As with COVID-19, we must act quickly and boldly to protect the health of our planet – our collective health depends on it!
Our planet is facing unprecedented environmental challenges, including climate change, water scarcity, degradation of ecosystems, and the depletion of natural resources. The World Economic Forum’s Global Risks Report 2020, notes that for the first time in the history of the Global Risks Perception Survey, environmental concerns dominate the top long-term risks.
As a global manufacturer, Johnson & Johnson recognises its role in helping to conserve and protect natural resources:
“As a leader in the healthcare industry, we know that human health is inextricably linked to the health of the planet — we can’t have healthy people and communities without a healthy environment. To this end, we are committed to marshalling our expertise, resources and partnerships to reduce the environmental footprint of our operations, our products and our extended supply chain while delivering Better Health for All,” says Paulette Frank, Worldwide Vice President, Environmental Health, Safety & Sustainability.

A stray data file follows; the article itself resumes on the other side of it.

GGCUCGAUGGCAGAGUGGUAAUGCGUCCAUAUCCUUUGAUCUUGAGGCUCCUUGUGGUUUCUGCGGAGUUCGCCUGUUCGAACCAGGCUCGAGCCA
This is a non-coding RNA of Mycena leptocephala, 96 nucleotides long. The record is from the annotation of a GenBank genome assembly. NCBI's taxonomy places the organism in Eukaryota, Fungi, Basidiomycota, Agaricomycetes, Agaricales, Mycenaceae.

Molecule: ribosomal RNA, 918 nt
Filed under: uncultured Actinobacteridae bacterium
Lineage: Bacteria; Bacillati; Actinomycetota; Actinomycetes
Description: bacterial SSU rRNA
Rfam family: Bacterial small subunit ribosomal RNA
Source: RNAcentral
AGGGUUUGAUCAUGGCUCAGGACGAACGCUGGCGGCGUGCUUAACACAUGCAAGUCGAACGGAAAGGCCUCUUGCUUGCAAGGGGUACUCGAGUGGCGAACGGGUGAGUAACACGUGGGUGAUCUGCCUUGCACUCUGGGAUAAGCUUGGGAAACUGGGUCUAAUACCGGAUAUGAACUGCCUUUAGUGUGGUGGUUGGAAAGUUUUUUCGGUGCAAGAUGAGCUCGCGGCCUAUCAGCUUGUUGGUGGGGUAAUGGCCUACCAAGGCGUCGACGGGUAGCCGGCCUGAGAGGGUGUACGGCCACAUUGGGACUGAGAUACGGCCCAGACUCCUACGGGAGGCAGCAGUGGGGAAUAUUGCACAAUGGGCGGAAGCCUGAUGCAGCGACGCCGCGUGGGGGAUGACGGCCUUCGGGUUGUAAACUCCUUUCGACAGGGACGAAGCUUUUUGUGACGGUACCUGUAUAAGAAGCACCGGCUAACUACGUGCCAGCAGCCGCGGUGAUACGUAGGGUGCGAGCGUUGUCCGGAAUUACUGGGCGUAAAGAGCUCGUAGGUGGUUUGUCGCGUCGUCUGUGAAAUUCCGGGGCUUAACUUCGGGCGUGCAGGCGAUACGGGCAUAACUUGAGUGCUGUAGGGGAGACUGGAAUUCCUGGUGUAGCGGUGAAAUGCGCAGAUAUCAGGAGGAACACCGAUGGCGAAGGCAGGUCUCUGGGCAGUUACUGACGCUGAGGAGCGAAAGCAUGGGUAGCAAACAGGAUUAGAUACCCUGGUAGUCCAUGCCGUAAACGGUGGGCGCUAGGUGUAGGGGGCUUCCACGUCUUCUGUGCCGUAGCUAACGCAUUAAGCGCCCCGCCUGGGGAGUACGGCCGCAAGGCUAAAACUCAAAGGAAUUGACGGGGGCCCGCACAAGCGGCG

Johnson & Johnson has been setting public climate goals for over two decades and as a company, Johnson & Johnson is committed to:
- By 2025, sourcing 100% of its electricity needs from renewable sources.
- By 2030, achieving carbon neutrality for its operations, going beyond what the science tells us is necessary for the business to contribute towards a 1.5 degree Celsius decarbonisation roadmap.
- By 2030, reducing absolute upstream Scope 3 emissions 20% from 2016 levels. This builds on the strong history of Johnson & Johnson engaging their suppliers in sustainability – topping the CDP Leader Board for supplier engagement three years in a row. This Scope 3 goal will deliver nearly 2.5 times the carbon footprint reduction compared to that for its own operations.
Johnson & Johnson’s latest climate goals build on the legacy and achievement of previous efforts, while accelerating action as part of the larger movement by the private sector, along with governments and civil society, to ramp up the ambition and implementation of climate goals during this new UN Decade of Action.